Monday, September 21, 2009

Motoring through Motor City

Pardon the late commentary on yesterday's win over the Lions. My best guess is that I picked up something at the sports bar that's left me coughing, sniffling, and nigh exhausted since about halftime of the late games yesterday, and not in any real mood for doing much of anything, including blogging. It'll probably be another early bedtime for me tonight, too.

(Cheap shot alert: Yesterday did prove, though, that I'm a better wide receiver than Troy Williamson, who, as we all know, can't even catch a cold. And he won't be catching anything else for the rest of this year, either. His first two years in Jacksonville: eight catches, 64 yards and four kick returns for 84 yards. And we thought his time in Minnesota was bad.)

But the Vikings did play yesterday, and played generally well, though it would be nice if they'd show up for the first half of games. They've actually been outscored 23-17 in the first half of both their games this year. But they've made up for it with a 44-10 scoring margin in the second halves of their two games this year. And while Detroit and Cleveland aren't exactly powerhouses, going 2-0 on the road to start your season is very nice indeed.

I still like E.J. Henderson, but Chad Greenway might be the team's best linebacker. If he would have fielded that onside kick near the end of the game cleanly, he might have gone for 6, to go with his two interceptions.

Still, it's not all perfect. Maybe I'm being greedy after all these years of seeing running games absolutely shut down, but I'm a little worried about the team's sudden "vulnerability" to the run. Kevin Smith averaged 3.5 yards on 24 carries this week, to go with Jamal Lewis's 5.2 last week on 11 carries. That's exactly 4.0 yards per carry (35-140) to the two teams' primary running backs. Are we sure the Williams Wall hasn't been suspended?

(Here's a crazy thought...when the Vikings went up by a couple touchdowns, I was actually glad that the Lions would have to pass instead of run. With the Vikings giving up a total of 315 yards passing through two games, they might be better against the pass than they are against the run now. Weird.)

Then there's Brett Favre.

His long pass for the game went for 13 yards (to Sidney Rice), and, though his first two games, he's thrown for 265 yards on 48 pass attempts (37 completions). That's an average of just 5.52 yards per pass attempt, not too far off the league average of 6.2, but that doesn't take his (excellent) completion percentage into account. His 7.16 yards per completion is well below the league average of 10.64 (and his personal Y/C of 11.36). Essentially, the Vikings have absolutely no deep passing game, which I thought was why Brett Favre was brought in. You know, to open up the running game, which has been horrible these two ga -- oh, wait. It hasn't.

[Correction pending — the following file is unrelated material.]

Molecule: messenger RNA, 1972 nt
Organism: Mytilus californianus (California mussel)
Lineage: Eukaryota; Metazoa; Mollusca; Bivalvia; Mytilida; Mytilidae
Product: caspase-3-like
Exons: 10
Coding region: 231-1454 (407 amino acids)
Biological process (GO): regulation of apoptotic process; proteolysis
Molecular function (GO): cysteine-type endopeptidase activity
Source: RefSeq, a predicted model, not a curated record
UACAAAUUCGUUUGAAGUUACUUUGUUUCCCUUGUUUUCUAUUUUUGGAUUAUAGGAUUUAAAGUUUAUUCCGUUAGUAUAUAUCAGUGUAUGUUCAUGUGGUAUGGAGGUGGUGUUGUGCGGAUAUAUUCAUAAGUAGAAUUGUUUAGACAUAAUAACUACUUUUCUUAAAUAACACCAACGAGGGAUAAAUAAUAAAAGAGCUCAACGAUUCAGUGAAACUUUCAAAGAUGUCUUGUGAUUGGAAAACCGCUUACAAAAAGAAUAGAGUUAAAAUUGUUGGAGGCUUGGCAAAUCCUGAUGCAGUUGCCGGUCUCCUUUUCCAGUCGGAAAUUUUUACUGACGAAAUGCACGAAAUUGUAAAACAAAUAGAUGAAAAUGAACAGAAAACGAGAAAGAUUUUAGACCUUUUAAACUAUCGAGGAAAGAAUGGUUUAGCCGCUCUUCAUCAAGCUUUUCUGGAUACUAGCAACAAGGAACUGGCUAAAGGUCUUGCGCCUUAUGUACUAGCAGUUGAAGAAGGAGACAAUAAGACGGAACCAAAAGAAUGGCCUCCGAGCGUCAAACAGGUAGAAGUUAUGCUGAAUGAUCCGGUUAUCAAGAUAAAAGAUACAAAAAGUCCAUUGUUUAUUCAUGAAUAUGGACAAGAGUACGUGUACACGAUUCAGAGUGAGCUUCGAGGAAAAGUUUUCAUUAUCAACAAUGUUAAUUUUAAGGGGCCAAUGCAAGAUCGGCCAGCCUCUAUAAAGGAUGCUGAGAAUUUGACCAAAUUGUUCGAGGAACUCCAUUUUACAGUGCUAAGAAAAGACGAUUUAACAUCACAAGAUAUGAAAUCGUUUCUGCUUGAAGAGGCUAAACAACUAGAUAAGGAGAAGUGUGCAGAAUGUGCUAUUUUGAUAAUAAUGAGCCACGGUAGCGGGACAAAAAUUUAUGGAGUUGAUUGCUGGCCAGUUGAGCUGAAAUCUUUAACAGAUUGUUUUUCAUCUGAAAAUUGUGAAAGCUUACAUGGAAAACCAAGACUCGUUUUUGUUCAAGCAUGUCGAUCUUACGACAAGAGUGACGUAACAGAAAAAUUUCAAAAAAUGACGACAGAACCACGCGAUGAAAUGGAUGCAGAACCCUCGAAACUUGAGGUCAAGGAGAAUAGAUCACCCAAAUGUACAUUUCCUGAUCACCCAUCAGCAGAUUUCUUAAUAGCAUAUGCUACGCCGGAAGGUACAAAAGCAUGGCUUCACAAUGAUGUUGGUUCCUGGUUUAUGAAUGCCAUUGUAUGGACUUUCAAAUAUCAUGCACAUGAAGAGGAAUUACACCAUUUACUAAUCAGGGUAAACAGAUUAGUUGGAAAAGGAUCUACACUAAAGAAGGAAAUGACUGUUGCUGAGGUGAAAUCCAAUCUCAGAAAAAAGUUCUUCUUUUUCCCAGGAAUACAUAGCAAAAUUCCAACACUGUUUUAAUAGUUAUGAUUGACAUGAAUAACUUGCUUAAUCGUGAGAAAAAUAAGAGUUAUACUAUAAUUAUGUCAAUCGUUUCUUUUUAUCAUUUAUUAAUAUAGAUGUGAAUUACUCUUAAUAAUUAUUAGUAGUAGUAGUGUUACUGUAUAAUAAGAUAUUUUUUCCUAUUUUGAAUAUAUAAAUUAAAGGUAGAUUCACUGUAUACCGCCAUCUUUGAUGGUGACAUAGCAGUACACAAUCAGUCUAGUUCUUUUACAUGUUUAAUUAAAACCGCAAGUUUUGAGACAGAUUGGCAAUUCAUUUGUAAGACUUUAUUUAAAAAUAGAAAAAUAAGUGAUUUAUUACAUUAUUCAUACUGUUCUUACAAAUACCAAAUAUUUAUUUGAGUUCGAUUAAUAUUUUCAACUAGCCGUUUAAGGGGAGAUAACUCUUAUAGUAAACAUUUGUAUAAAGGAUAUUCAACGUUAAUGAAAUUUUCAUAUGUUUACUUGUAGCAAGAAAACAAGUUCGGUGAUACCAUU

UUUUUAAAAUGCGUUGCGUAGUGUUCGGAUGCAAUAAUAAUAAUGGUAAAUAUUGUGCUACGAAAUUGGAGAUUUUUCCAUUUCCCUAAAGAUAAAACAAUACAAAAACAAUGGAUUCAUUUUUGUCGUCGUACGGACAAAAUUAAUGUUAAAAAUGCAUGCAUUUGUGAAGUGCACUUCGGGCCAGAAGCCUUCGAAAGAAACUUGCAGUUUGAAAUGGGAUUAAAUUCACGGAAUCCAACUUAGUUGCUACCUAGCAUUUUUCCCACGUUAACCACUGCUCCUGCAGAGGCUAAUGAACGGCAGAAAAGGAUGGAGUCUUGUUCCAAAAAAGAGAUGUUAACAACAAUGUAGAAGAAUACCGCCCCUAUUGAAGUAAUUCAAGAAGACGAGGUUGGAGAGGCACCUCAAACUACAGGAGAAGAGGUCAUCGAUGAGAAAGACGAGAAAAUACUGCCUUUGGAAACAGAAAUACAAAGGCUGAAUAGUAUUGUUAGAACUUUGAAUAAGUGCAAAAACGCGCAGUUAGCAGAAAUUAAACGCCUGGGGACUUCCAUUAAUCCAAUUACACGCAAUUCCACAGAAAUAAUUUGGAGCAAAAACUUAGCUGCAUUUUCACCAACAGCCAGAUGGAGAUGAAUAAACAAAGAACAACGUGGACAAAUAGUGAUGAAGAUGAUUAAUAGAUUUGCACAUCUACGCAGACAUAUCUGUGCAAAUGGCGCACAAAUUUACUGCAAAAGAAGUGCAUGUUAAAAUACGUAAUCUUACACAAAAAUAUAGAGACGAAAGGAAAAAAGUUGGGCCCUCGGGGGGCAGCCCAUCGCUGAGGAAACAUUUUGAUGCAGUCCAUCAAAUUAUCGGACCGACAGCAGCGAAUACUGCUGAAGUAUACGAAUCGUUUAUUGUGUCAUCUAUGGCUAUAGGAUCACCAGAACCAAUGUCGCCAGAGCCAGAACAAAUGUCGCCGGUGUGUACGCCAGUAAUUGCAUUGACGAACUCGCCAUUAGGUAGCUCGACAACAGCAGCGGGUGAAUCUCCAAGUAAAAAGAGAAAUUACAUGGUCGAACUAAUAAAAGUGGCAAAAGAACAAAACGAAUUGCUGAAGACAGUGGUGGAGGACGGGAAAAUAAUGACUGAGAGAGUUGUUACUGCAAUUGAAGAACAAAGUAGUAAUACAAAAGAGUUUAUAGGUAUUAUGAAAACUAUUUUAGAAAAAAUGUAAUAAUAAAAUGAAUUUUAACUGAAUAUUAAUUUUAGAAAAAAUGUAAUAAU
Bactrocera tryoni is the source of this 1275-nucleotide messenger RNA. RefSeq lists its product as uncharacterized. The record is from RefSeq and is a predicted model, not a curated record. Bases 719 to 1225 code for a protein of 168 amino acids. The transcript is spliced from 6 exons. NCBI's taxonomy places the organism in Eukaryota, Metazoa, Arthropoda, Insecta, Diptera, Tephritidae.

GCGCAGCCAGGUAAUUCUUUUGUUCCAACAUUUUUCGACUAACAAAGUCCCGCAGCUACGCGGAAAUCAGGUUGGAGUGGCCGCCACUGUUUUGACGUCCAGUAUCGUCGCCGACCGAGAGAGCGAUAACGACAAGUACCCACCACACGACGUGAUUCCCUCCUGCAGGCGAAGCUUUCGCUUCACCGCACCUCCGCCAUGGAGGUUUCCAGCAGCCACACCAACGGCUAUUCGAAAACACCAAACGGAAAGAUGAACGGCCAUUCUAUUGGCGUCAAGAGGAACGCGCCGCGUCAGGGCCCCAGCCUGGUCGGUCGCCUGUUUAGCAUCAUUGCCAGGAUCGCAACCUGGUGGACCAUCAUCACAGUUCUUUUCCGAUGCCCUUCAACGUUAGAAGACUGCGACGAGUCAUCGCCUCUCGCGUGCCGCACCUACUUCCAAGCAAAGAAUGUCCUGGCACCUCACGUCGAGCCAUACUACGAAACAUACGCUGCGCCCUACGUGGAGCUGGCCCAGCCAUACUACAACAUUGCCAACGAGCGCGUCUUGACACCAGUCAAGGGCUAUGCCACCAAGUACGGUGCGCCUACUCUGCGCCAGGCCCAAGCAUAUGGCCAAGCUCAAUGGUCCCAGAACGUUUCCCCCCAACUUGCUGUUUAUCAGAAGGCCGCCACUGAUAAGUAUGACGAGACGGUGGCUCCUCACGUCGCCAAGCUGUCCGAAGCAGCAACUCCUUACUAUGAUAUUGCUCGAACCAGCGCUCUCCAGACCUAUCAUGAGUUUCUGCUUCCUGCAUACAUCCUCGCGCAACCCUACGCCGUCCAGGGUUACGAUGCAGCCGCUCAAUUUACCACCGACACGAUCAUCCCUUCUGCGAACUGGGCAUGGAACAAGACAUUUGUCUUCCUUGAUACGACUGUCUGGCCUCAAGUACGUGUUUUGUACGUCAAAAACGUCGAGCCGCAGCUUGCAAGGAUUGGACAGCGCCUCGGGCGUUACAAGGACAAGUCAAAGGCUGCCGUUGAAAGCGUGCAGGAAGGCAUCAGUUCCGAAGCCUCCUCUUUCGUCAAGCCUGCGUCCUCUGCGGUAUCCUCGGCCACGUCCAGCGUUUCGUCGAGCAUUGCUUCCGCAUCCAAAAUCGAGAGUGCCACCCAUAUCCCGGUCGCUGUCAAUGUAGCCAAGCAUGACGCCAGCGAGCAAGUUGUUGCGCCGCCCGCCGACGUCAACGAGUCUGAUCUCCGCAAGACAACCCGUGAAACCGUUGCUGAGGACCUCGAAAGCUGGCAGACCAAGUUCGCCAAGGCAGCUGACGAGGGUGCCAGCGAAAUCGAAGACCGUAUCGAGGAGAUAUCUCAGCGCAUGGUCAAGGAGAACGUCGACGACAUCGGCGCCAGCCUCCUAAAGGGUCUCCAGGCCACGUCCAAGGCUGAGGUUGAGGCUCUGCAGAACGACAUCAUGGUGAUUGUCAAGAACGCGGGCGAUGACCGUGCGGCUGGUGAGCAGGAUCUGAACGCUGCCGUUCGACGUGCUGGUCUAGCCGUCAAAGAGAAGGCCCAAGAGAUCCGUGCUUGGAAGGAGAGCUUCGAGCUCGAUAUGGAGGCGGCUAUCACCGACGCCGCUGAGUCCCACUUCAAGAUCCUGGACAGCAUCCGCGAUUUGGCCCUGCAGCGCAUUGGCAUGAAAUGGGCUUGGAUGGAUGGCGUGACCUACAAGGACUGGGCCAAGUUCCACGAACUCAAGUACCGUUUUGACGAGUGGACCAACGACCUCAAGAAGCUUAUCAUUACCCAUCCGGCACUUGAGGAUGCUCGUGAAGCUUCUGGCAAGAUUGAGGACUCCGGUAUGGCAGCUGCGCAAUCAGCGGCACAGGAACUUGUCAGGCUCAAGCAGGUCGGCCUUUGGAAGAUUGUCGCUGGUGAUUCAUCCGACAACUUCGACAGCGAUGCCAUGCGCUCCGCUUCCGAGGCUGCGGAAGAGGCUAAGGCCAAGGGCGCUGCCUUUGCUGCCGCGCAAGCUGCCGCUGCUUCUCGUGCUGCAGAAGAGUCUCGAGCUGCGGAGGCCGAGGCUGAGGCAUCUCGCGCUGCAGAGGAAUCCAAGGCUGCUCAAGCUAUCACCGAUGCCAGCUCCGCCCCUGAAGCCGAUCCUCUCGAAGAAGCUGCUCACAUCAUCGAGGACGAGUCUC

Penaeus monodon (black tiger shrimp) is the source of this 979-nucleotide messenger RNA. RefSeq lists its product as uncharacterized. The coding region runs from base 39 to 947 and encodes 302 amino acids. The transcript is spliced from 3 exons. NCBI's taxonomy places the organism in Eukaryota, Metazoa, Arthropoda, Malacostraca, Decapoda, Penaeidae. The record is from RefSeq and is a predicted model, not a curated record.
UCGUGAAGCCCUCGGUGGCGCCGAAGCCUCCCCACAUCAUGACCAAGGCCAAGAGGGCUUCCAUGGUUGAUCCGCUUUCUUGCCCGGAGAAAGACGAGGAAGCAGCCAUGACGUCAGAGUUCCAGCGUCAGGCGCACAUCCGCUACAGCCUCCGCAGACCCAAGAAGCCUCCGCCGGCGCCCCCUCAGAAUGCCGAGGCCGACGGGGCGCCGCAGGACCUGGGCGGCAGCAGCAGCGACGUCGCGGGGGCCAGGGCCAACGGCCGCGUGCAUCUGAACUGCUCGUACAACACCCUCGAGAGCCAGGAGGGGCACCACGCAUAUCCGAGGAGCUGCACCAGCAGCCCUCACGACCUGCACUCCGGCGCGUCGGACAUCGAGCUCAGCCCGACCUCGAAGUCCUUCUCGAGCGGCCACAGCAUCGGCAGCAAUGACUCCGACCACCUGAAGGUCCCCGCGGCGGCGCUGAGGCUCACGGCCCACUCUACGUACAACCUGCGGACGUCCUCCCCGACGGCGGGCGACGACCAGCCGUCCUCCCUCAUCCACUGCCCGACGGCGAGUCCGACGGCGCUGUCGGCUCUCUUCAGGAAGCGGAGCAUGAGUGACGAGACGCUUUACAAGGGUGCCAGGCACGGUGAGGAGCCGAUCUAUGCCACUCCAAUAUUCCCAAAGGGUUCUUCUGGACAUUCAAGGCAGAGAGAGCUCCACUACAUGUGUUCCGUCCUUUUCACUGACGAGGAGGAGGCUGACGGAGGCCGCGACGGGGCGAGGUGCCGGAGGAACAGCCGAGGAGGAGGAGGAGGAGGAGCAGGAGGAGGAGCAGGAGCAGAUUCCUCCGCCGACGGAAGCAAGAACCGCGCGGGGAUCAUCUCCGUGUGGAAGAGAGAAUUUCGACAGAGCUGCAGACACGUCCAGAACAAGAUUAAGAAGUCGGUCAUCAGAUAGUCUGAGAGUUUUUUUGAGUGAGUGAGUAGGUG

But, while he's been limited, you have to give credit to Favre for what he has accomplished. He's throwing almost exclusively short, which inflates his completion percentage (a league-leading 77.1%) and hasn't contributed a single turnover. The team being 2-0 doesn't hurt his cause, either. I can't even get worked up too much over the sacks, which are for minimal yardage (4.1 each), seem to be as much the offensive line's fault as anything, and may be helping to contribute to the lack of interceptions. He's been solid, but let's face it: Did you really think Brett Lorenzo Favre would be this good of a "game manager"? Highly unlikely.

The upcoming schedule is still mostly soft. Of the next four games, three are at home, with the only road game being against the Rams, who look worse than the Lions these days. 4-1 or even 5-0 seems likely once Baltimore comes to town in week 6, and maybe the "extended preseason" will help Favre adjust to his new surroundings and become a quarterback worthy of a $12 million paycheck. The thing is, I'm not sure at this point I want him to.


Peter said...

I'm starting to think Minnesota's lousy pass defense in 2006 and 2007 contributed to the Vikings being #1 in rush defense. Not to take anything away from the likes of the Williams fellas, but why run when you can throw? I know the Vikings only allowed something like 70 yards per game for 3 years, but what was the yardage per carry? Where did that rank among the league? I always heard that "Well, MIN's pass defense isn't as bad as it seems. They allow a lot of yards, sure, but opponents attempt a lot more passes against the Vikings than against other teams". Why can't the same concept apply to the rush defense? I'd be curious to see the results. I may try to look that up.

Other than the pass protection issues, I'm choosing to not worry about Favre until the team really needs him to get them out of a bad spot and he does something to let them down. For now, he's doing what it takes to win. Even if that's not much, I won't complain.

Jason said...

The yardage per carry was exceptional -- 3.3 in 2008 (1st in the league), 3.1 in 2007 (2nd), and 2.8 in 2006 (1st). They're currently at 4.0 (14th) for 2009, and that's against a couple teams not really known for their strong running games.

You're mostly right about the pass defense, though. Opposing rate stats the last few years have not been exceptional.